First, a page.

America's Best Italian Restaurants

What makes a great Italian restaurant anyway? For some it may be the antipasti. For others some combination of how good the wines and pastas are. Holding up one dish is dangerous. Octopus? Lasagna? Cacio e pepe?
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"A bottle of red, a bottle of white. It all depends upon your appetite," someone famous once crooned sometime, somewhere on the radio during more than seven minutes of piano-filled airtime. "I'll meet you any time you want in our Italian restaurant."

Brenda and Eddie may have parted the closest of friends, but America's love affair with Italian food will never end. And whereas the king and the queen of the prom's ideas of an Italian restaurant may conjure images of red- and white-checkered tablecloths, Chianti carafes, and red sauce-heavy plates, contemporary Americans' tastes are more complicated. They want great Neapolitan pies, veal parm, homemade pasta with uni or lardo, homemade charcuterie as good as it is in Italy, and even a touch of that Italian-American nostalgia everyone turned their noses down at for years ("A touch of house limoncello, if you please?"). This all makes crowning the country's best Italian restaurants a fairly complicated task, one made less constricting but no less challenging by doubling this year's list and setting out to declare America's 40 best Italian restaurants.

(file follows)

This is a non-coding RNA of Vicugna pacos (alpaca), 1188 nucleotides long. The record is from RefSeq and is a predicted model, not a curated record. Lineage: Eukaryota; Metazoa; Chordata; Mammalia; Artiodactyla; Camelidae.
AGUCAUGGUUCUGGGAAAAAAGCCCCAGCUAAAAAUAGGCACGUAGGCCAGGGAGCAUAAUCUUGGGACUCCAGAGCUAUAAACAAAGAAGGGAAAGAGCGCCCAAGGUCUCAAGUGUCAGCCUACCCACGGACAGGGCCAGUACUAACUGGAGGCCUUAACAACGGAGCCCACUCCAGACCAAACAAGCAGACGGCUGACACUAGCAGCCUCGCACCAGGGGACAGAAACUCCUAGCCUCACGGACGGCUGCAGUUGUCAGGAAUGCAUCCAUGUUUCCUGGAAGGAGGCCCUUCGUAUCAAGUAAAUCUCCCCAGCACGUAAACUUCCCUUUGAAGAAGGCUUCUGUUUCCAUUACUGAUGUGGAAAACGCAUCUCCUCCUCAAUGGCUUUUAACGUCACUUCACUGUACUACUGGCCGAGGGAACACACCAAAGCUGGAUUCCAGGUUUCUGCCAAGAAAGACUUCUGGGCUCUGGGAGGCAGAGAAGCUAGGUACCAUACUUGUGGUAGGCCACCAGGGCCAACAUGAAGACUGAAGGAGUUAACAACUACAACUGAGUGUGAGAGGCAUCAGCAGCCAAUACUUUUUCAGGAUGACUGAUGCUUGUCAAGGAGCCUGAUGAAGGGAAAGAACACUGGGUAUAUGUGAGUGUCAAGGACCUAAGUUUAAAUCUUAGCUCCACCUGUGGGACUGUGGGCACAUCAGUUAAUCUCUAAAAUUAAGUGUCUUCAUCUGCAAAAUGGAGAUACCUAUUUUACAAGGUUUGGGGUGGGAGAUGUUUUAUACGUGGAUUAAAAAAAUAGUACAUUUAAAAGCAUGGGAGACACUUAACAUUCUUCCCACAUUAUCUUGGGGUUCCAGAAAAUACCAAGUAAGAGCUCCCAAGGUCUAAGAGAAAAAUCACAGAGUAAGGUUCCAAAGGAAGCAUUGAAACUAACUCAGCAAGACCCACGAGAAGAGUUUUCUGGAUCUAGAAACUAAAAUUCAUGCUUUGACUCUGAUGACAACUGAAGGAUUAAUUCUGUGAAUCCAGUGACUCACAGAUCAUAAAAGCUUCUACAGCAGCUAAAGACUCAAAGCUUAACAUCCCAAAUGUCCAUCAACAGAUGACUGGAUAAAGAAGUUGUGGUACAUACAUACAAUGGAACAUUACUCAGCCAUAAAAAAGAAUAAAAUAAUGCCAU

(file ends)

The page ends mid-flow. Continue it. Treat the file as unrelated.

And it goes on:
#5) ll Buco Alimentari & Vineria, New York
For almost 20 years, Il Buco has been one of New York City's most appealing Italian restaurants, serving unpretentious, savory food based on first-rate American and Italian ingredients. In late 2011, the proprietors opened this more casual sister restaurant — a loose translation of Alimentari & Vineria is "food shop and wine bar" — and it's so lively, with such vivid, hearty food, that it has all but overshadowed the original. Chef Justin Smillie, who refined his craft at Barbuto, among other places, fries baby artichokes and grills quail with the best of them, makes great pastas in-house (lasagnette with ragù Bolognese, plump Neapolitan-style schialatelli with octopus and spicy tomato sauce), and delights diners with everything from short rib and gorgonzola panini at lunchtime, to razor clam ceviche with hearts of palm and spit-roasted rabbit with endive and Taggiasca olives at night. Photo Credit: Noe DeWittClick Here to see more of America’s Best Italian Restaurants